2.  Once bin-Laden fled Tora Bora and holed up in Abbottabad, this changed, and al-Qaeda became less top down and more decentralized.  There was no way bin Laden could micro-manage from his hiding place (his only contact was through courier, as he was afraid that any electronic communication could be tracked), although he tried his best.

3.  Bin Laden was obsessed with more attacks on the West and especially on the United States.  The various al-Qaeda cells throughout the Middle East often attacked other competitive Islamic groups, something that bin Laden felt not appropriate or priority.

4.  It took such a long time to locate bin Laden in Abbottabad in part because he really was hiding in plain sight, in a fairly large city, in an exposed villa (built for him), in a location where Pakistan had a strong military presence, and in a place considered relatively safe and peaceful, where there were always a significant number of foreigners present.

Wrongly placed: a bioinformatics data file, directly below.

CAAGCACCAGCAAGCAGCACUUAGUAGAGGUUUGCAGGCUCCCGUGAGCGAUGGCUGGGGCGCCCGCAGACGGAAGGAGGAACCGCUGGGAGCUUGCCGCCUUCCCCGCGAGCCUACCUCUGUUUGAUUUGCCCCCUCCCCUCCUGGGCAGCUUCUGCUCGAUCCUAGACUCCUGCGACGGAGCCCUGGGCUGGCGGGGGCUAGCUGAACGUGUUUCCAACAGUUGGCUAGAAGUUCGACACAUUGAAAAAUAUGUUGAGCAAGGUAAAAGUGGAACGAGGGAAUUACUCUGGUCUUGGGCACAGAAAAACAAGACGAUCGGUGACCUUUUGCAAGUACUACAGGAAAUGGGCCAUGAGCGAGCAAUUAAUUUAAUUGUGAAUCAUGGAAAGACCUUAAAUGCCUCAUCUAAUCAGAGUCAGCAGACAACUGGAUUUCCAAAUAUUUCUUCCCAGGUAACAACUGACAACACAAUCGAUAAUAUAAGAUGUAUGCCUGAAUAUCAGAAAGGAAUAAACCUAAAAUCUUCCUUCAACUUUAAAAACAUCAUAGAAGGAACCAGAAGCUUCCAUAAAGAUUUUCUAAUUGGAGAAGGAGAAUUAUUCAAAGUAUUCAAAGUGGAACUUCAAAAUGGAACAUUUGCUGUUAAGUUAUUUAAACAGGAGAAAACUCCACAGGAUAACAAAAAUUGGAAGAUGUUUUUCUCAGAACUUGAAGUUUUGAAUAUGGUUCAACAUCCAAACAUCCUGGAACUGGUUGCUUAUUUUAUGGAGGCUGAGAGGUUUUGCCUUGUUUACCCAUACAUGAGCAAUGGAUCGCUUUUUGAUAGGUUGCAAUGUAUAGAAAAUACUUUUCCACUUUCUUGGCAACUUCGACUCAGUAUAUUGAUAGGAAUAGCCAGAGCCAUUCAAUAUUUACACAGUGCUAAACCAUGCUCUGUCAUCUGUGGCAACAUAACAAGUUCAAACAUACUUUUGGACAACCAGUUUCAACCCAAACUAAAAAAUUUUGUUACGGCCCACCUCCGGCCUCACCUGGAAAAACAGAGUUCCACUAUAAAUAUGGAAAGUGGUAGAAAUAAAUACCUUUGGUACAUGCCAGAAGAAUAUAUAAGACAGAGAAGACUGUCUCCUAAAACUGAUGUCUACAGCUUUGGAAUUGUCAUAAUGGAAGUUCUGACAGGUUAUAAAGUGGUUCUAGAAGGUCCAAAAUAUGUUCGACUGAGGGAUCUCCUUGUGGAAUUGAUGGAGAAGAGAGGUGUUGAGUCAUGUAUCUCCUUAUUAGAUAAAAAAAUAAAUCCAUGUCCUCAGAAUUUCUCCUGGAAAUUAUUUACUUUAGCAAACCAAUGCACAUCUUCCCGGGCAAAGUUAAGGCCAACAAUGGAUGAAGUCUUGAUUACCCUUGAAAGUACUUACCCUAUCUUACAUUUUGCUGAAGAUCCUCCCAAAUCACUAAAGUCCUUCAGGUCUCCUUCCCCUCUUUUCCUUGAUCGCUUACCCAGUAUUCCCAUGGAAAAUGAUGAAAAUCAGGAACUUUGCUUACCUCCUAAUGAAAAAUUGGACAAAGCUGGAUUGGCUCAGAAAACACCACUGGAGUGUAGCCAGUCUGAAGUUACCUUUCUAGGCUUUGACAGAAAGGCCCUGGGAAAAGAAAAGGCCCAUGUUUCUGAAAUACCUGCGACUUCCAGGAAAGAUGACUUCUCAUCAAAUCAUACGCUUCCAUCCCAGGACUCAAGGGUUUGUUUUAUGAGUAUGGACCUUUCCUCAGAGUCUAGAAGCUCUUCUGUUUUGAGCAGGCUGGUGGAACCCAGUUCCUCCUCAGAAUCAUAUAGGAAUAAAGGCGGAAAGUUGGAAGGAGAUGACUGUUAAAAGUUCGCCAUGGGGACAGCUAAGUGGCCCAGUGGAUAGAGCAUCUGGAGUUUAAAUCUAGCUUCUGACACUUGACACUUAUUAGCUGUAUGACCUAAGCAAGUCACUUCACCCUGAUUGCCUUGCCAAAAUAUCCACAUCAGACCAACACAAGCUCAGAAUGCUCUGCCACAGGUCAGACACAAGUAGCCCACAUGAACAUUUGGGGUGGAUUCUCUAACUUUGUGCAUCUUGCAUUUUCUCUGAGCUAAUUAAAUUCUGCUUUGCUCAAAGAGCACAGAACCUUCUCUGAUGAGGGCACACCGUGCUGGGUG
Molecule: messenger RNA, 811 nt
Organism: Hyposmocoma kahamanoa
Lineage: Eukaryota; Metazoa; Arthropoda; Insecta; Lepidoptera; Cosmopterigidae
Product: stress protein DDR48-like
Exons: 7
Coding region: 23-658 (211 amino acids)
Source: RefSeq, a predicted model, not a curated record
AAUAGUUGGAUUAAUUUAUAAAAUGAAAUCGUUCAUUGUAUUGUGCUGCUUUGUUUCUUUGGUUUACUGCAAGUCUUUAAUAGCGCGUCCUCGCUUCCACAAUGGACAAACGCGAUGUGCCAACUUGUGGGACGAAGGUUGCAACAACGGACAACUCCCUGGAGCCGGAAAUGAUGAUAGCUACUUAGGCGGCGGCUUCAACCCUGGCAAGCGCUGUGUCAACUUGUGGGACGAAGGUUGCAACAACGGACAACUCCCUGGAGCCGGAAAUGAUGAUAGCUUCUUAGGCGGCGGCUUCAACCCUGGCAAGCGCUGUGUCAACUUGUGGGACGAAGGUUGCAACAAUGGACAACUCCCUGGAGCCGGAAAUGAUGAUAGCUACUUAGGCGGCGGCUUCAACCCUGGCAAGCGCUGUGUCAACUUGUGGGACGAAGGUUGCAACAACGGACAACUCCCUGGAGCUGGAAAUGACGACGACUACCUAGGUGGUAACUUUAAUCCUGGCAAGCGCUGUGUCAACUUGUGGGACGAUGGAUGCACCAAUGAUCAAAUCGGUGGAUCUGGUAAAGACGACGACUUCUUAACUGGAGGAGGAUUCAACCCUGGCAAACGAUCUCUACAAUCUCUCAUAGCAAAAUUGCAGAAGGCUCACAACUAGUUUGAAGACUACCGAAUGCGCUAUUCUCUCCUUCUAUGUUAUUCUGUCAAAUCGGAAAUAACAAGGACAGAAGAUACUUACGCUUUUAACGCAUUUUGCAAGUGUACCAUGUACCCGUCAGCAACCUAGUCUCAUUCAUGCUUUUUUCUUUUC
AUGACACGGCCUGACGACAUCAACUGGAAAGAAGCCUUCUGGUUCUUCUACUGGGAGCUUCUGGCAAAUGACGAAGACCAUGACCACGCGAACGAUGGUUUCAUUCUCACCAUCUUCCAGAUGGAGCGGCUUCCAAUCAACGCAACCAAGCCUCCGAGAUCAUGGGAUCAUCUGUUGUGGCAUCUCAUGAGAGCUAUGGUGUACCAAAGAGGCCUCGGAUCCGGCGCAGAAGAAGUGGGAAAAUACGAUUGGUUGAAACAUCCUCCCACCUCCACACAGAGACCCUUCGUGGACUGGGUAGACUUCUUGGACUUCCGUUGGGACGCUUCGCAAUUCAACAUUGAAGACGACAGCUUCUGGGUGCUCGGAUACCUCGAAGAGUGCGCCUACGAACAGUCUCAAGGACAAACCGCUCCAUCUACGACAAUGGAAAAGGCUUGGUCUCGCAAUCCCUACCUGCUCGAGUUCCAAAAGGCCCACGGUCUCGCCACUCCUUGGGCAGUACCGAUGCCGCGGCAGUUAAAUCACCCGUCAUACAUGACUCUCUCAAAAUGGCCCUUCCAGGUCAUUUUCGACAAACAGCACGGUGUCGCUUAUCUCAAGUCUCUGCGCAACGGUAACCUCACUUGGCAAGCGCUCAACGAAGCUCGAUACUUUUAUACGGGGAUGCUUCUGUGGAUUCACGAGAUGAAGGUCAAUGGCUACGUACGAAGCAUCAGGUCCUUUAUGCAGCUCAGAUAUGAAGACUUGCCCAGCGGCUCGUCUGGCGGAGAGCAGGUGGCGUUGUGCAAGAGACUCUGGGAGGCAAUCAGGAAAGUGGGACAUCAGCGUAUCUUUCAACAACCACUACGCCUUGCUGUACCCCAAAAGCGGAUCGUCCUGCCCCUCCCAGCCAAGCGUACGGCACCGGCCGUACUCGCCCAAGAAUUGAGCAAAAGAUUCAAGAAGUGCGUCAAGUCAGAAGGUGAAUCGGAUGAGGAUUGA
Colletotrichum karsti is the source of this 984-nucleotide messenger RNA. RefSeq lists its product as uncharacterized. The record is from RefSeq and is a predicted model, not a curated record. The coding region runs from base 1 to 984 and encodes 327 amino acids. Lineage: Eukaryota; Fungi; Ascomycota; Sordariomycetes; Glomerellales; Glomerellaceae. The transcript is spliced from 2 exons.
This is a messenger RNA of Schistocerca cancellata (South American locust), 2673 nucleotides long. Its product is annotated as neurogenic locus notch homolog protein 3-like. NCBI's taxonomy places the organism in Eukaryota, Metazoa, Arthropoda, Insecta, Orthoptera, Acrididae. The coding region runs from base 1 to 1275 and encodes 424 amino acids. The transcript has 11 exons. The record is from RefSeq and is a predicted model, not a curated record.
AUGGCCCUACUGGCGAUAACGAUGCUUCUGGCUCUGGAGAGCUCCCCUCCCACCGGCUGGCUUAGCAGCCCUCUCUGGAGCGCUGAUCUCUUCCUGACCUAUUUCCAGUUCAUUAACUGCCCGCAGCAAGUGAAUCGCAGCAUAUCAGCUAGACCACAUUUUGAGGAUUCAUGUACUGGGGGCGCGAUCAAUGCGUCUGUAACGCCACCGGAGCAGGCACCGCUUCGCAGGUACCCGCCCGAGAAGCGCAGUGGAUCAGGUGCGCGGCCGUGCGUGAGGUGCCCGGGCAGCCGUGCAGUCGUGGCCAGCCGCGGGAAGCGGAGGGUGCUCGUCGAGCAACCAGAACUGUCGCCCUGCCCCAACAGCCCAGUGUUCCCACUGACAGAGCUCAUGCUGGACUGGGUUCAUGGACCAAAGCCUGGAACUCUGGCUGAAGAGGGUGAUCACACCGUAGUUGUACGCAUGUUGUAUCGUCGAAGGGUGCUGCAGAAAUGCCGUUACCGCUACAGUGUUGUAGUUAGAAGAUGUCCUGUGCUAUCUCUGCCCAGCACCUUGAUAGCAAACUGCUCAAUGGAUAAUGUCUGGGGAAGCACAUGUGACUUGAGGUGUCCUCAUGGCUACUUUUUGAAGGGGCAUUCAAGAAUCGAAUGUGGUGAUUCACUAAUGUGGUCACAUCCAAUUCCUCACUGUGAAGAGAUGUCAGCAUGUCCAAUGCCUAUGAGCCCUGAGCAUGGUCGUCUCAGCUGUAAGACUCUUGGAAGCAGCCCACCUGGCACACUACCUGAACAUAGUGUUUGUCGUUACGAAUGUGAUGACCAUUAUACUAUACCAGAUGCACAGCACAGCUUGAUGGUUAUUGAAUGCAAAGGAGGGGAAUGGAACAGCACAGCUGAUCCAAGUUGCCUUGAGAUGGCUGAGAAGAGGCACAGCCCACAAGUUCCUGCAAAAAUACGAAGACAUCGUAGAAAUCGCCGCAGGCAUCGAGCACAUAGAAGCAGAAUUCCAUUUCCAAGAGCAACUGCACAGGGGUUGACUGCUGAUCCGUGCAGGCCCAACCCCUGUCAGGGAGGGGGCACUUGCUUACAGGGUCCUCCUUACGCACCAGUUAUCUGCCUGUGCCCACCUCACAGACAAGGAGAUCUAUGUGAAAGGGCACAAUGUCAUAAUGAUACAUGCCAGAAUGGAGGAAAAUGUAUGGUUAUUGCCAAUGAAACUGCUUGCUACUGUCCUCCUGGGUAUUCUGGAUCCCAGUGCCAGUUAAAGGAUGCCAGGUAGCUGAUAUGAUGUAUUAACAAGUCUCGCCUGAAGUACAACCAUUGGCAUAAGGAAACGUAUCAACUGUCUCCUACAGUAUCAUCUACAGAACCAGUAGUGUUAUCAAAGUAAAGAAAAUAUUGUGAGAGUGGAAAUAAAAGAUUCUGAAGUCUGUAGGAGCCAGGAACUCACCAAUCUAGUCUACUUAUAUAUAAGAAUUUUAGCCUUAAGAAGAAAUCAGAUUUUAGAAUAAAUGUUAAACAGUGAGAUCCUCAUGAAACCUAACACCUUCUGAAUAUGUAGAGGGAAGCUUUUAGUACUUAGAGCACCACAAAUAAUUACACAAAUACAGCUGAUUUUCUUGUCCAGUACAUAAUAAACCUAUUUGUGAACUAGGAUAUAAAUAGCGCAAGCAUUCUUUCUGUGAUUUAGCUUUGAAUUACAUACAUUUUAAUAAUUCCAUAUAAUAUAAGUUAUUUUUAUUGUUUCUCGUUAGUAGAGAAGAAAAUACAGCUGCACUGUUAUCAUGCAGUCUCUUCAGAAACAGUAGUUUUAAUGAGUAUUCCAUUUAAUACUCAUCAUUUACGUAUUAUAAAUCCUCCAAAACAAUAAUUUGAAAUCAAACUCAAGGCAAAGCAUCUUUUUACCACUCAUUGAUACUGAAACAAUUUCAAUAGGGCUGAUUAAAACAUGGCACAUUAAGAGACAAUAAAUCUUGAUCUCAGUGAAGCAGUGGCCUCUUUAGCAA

5.  Bin Laden apparently did not leave his compound for six years.  He lived on the third floor of the main house with his youngest wife, with the only windows overlooking a closed courtyard.  His only outdoor exercise was walking in the courtyard in circles under a canopy where he could not be seen.  Two of his other wives, and some of his younger children, lived in the first two floors.  His courier (and his wife, family and brother’s family) lived in a separate house within the compound.

6.  It was never 100% clear that bin Laden was living in this house.  Some intelligence people thought it was 90% certain, while others thought it no more than 50% or 60% certain, so the decision to attack the house was a tough one.